Key Findings

Dominant Funders and Their Field-Wide Influence

As in past years, prevention research in 2021 continued to be concentrated in a small number of large investors. The US public sector, primarily the NIH and USAID, contributed 73 percent of all global funding (US$ 922 million out of US$1.25 billion). BMGF remained the principal philanthropic donor, accounting for 97 percent – US$147 million out of US$152 million — of all philanthropic investment.

Investments by the two leading donors — the US public sector and BMGF — combined accounted for US$1.06 billion, or 85 cents of every dollar spent. Diversifying the funding base is vital not only for the long-term sustainability of the field, but also to ensure that the research priorities are informed by a diversity of perspectives. 

This year saw an increase in European funding from 17 funders which could bode well for diversifying prevention research funding in the future. The increase in European funding was propelled by increased investments, or returning funders, from public sector funders in Denmark, Germany, Ireland, the Netherlands, Norway and the United Kingdom. European philanthropic investments also increased for Wellcome Trust and the Children’s Investment Fund Foundation. Hopefully this trend will continue in subsequent years in the face of new European budgetary challenges posed by the COVID-19 pandemic, and the war in the Ukraine.

1 cents
of every $ spent on HIV prevention R&D comes from two donors

COVID-19 Related Impact to HIV Prevention R&D in 2021

Fifty-six percent of funders spanning nineteen countries surveyed by the Working Group provided insights on how the COVID-19 pandemic had impacted their HIV prevention projects in 2021. Respondents reported varied impact to their investment portfolio with some increasing and others decreasing investments, but almost all reported that COVID had not caused them to make new long-term shifts in their HIV prevention investment.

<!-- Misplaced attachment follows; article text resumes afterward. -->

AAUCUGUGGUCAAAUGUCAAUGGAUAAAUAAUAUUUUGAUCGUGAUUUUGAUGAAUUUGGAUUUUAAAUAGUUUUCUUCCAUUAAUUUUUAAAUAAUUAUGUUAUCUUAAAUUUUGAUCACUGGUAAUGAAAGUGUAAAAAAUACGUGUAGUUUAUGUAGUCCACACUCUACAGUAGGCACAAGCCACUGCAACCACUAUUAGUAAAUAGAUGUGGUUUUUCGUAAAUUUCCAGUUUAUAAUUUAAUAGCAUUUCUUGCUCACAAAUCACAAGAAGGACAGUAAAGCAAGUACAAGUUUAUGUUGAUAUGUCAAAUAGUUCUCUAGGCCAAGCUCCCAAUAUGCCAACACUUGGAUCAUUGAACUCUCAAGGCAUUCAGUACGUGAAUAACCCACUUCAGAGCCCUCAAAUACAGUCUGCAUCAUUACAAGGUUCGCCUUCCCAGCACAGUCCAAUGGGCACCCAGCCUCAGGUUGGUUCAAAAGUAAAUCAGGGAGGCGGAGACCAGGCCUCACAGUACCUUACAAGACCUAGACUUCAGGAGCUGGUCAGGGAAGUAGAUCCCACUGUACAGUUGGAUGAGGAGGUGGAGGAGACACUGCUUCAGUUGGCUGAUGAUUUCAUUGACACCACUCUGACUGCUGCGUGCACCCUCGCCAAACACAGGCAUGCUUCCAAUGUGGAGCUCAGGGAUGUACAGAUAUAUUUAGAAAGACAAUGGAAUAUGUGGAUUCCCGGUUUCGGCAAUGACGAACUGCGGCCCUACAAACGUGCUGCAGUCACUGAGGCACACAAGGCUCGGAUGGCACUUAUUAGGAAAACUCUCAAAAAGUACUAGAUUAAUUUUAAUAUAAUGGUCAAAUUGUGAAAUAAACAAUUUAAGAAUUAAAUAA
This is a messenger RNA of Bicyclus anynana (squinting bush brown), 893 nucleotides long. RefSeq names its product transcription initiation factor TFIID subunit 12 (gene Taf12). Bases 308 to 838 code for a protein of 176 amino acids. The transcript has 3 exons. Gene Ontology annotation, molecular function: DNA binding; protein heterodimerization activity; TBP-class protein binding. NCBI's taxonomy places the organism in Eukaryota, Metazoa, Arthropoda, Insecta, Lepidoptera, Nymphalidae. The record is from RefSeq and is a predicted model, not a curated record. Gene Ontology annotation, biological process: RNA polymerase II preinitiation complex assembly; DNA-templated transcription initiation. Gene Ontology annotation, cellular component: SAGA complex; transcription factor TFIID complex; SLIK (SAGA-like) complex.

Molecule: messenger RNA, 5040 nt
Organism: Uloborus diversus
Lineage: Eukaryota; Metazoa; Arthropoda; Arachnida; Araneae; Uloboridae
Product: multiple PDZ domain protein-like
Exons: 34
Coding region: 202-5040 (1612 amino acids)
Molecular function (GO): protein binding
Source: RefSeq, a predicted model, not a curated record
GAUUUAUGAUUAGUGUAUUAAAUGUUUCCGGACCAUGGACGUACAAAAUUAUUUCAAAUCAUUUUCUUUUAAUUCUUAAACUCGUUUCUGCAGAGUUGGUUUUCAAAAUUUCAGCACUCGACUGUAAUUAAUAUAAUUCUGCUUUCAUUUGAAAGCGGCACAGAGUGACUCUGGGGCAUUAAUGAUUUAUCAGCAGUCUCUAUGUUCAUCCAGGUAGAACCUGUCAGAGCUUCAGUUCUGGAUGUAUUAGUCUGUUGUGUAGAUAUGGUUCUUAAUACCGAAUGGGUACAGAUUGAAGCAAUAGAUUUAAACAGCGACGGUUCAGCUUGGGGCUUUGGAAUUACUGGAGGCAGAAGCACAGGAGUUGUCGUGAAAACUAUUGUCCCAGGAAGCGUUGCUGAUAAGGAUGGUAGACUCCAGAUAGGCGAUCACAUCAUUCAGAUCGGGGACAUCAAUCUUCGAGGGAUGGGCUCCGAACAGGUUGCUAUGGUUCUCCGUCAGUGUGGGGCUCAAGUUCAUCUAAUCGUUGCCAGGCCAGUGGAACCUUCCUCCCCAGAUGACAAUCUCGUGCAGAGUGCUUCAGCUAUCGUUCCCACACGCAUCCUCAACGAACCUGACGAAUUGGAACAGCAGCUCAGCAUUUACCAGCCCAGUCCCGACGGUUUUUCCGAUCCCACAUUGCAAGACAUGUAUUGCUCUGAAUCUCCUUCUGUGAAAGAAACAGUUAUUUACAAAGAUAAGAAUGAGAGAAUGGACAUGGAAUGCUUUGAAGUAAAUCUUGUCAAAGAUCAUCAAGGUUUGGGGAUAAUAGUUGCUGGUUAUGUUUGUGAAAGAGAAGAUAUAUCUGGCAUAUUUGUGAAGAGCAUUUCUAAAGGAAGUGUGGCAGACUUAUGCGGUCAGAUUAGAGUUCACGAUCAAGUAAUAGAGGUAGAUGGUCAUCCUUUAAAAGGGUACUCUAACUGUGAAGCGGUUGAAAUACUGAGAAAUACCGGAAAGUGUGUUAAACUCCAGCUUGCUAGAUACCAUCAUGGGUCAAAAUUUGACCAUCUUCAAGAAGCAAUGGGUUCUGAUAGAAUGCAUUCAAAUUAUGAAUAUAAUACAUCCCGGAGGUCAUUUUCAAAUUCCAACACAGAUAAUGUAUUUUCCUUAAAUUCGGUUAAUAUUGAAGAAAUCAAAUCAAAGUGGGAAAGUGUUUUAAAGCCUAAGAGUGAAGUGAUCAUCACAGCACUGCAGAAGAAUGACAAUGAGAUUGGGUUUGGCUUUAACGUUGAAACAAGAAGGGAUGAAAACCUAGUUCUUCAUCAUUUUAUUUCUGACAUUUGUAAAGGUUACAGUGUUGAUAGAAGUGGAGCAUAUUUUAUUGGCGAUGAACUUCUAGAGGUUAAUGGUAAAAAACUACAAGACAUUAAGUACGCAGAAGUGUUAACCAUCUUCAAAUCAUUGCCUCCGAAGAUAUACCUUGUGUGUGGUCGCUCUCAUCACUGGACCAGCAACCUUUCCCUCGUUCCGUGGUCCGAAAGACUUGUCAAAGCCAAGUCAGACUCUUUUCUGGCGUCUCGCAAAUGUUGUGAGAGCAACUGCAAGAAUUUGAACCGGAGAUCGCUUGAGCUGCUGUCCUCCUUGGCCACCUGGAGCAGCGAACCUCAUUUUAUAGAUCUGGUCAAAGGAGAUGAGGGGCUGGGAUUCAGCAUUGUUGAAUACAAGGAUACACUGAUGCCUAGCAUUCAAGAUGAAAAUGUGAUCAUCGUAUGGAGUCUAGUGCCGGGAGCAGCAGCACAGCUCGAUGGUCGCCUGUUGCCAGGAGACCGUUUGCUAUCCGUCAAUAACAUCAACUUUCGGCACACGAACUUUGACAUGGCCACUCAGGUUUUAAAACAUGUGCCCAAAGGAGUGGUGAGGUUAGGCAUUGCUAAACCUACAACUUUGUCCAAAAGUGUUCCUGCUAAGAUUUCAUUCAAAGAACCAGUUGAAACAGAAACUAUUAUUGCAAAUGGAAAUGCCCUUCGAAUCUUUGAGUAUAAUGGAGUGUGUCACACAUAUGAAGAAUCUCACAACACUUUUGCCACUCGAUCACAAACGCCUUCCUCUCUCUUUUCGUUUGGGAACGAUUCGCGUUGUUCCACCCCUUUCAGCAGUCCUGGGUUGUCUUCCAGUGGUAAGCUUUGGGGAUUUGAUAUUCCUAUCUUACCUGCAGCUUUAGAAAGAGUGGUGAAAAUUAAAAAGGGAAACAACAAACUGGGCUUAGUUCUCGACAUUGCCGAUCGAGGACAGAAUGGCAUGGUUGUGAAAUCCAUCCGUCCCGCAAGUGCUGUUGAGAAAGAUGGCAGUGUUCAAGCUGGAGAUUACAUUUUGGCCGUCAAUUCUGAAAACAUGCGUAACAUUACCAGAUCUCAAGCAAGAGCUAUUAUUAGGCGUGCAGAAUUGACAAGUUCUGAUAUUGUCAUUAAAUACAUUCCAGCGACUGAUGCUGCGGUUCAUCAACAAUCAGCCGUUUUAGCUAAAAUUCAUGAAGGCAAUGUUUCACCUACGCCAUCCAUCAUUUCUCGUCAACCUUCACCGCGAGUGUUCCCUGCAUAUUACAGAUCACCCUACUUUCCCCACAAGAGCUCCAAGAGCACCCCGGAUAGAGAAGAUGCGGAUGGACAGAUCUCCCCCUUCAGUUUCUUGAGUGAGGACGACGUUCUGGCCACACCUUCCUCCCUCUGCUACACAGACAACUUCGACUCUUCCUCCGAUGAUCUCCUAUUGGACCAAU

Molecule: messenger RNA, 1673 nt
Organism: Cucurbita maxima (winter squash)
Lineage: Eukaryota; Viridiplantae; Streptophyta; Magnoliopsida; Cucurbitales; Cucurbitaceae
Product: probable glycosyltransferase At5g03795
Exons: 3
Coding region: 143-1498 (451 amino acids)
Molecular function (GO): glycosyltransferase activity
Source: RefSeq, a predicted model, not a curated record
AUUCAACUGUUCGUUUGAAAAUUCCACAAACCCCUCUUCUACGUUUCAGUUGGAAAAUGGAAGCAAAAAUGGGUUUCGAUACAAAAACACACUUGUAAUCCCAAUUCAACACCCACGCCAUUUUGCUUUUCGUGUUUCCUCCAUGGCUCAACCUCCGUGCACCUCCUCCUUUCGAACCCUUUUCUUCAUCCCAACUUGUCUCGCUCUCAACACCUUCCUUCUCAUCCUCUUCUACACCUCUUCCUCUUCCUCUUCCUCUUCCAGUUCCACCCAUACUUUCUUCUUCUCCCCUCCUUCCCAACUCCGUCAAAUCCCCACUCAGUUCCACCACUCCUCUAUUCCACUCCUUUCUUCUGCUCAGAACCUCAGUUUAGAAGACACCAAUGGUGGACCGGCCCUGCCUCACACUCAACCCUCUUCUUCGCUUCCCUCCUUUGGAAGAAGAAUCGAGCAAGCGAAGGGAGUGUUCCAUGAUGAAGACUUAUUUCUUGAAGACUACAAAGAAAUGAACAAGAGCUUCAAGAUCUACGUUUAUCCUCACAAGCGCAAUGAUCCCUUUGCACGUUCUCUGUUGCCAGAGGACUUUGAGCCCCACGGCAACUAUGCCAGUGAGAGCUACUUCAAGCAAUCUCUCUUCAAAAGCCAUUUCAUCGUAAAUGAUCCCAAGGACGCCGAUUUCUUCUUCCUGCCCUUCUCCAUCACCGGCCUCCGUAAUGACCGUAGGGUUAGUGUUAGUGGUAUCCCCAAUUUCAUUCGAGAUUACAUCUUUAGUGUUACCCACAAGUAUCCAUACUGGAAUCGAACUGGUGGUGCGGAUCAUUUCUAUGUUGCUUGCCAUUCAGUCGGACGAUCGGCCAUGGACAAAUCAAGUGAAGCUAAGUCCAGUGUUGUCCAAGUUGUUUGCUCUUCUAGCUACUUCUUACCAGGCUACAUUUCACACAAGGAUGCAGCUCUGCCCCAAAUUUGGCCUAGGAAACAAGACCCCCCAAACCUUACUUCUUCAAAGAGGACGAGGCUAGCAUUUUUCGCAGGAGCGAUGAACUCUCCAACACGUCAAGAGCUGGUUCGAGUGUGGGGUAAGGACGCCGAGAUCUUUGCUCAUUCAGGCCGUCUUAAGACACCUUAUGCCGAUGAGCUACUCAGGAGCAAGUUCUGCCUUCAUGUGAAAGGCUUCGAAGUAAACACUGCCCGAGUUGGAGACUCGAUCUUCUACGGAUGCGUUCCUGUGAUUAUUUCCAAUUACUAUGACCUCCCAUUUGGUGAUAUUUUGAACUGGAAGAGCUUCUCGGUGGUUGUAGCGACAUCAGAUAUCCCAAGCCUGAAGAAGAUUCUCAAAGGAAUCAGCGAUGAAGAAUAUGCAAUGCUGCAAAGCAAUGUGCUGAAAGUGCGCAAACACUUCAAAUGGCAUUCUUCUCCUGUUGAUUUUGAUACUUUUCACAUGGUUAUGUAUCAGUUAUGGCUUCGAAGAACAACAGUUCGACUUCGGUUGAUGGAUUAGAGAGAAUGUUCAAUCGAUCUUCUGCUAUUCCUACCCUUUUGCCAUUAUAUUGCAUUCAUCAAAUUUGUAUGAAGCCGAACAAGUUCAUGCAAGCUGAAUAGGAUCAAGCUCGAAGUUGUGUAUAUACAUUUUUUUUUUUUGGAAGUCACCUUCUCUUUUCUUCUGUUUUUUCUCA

More than half of funders, however, reported that they experienced pragmatic challenges resulting from the COVID-19 pandemic. These challenges include: 1) delays in clinical trials due to COVID-19 restrictions in the trial environment, 2) shortages of bio-material resources redirected to support pandemic efforts; and 3) disruptions caused by administrative study protocol changes, ethics approvals, and timeline extensions.

Shift Toward PrEP, TasP and PVT

The most striking change in funding in 2021 was the shift from microbicides and PVT, toward PrEP, TasP and VMMC. Preventive HIV vaccines funding also decreased but continued to make up the bulk of overall HIV prevention funding at 64 percent. Investment by funders is heavily concentrated in preventive HIV vaccines representing 71.5 percent of total NIH’s investment in prevention research and 45 percent of investment by the BMGF.

At the same time, PrEP overtook microbicides by a large margin in 2021 for the first time. Yet, when PrEP and microbicide research investments are combined (as several donors now do), there was a 52 percent increase in this broad ARV-based prevention category. The shift toward TasP may reflect the acceleration of U=U strategies, as well as emerging new PrEP options. 

While it is too early to infer a trend, at least in the short-term, funders seem to be focusing increasingly in areas of prevention research where effective options or strategies already exist that are open to improvement or evolution.

Decrease in the Number of Philanthropic Funders Engaged

Despite philanthropic funding levels increasing from US$127 million to US$151 in 2021, the decline in the number of philanthropic donors continued. The number of philanthropies responding with grants in HIV prevention research decreased from 9 to 6 in 2021. It is unclear whether this decline is due to a true shift in priorities, or year to year changes in funding cycles or other reporting vagaries. The Working Group will continue to track this metric. 

Philanthropic investment in HIV cure research in 2021 was also limited to six philanthropies, but covering a smaller research portfolio. Independent philanthropic donors are essential to a vibrant funding base and could help improve the funding imbalance that currently afflicts the investment landscape.